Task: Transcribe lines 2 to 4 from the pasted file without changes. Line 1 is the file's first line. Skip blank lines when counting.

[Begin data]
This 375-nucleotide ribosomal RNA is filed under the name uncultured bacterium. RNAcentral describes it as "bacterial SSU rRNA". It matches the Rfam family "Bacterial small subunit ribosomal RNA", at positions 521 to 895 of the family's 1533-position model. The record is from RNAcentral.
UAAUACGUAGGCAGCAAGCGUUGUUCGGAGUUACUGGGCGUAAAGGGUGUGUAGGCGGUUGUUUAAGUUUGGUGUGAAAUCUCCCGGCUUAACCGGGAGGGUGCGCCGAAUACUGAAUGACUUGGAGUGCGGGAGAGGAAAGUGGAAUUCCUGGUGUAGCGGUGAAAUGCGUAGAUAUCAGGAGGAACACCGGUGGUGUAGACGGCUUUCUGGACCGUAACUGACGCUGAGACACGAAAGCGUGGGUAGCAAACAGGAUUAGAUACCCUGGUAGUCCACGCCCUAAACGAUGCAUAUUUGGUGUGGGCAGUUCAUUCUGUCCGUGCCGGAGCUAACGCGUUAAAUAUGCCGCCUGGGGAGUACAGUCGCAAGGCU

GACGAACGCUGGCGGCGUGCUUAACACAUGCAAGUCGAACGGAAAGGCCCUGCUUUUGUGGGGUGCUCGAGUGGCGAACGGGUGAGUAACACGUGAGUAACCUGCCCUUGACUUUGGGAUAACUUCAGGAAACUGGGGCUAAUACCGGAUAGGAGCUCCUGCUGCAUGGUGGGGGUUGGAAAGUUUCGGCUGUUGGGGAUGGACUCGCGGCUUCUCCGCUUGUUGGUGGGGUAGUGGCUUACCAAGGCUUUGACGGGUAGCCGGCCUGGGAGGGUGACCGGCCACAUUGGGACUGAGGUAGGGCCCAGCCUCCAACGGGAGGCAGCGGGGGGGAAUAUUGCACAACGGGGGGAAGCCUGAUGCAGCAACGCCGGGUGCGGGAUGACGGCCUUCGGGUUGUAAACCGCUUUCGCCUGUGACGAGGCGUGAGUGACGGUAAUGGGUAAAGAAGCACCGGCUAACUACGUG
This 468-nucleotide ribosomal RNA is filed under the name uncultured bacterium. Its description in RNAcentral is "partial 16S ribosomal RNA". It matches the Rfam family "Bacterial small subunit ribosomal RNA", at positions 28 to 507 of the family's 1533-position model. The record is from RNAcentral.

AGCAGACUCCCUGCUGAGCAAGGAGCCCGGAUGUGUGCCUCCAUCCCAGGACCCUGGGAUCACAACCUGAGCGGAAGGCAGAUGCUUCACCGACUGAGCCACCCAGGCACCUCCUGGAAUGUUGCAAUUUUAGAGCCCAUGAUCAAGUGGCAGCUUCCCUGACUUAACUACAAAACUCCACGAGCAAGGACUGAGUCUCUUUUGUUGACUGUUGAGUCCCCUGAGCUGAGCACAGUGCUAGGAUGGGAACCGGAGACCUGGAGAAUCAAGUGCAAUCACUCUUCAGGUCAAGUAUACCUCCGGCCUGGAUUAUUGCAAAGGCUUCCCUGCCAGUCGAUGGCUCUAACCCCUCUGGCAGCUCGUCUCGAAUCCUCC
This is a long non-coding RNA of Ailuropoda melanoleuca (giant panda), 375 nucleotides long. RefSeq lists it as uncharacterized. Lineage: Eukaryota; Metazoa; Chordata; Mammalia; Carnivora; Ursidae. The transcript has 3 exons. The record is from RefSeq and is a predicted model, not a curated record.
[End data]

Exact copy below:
UAAUACGUAGGCAGCAAGCGUUGUUCGGAGUUACUGGGCGUAAAGGGUGUGUAGGCGGUUGUUUAAGUUUGGUGUGAAAUCUCCCGGCUUAACCGGGAGGGUGCGCCGAAUACUGAAUGACUUGGAGUGCGGGAGAGGAAAGUGGAAUUCCUGGUGUAGCGGUGAAAUGCGUAGAUAUCAGGAGGAACACCGGUGGUGUAGACGGCUUUCUGGACCGUAACUGACGCUGAGACACGAAAGCGUGGGUAGCAAACAGGAUUAGAUACCCUGGUAGUCCACGCCCUAAACGAUGCAUAUUUGGUGUGGGCAGUUCAUUCUGUCCGUGCCGGAGCUAACGCGUUAAAUAUGCCGCCUGGGGAGUACAGUCGCAAGGCU

GACGAACGCUGGCGGCGUGCUUAACACAUGCAAGUCGAACGGAAAGGCCCUGCUUUUGUGGGGUGCUCGAGUGGCGAACGGGUGAGUAACACGUGAGUAACCUGCCCUUGACUUUGGGAUAACUUCAGGAAACUGGGGCUAAUACCGGAUAGGAGCUCCUGCUGCAUGGUGGGGGUUGGAAAGUUUCGGCUGUUGGGGAUGGACUCGCGGCUUCUCCGCUUGUUGGUGGGGUAGUGGCUUACCAAGGCUUUGACGGGUAGCCGGCCUGGGAGGGUGACCGGCCACAUUGGGACUGAGGUAGGGCCCAGCCUCCAACGGGAGGCAGCGGGGGGGAAUAUUGCACAACGGGGGGAAGCCUGAUGCAGCAACGCCGGGUGCGGGAUGACGGCCUUCGGGUUGUAAACCGCUUUCGCCUGUGACGAGGCGUGAGUGACGGUAAUGGGUAAAGAAGCACCGGCUAACUACGUG
This 468-nucleotide ribosomal RNA is filed under the name uncultured bacterium. Its description in RNAcentral is "partial 16S ribosomal RNA". It matches the Rfam family "Bacterial small subunit ribosomal RNA", at positions 28 to 507 of the family's 1533-position model. The record is from RNAcentral.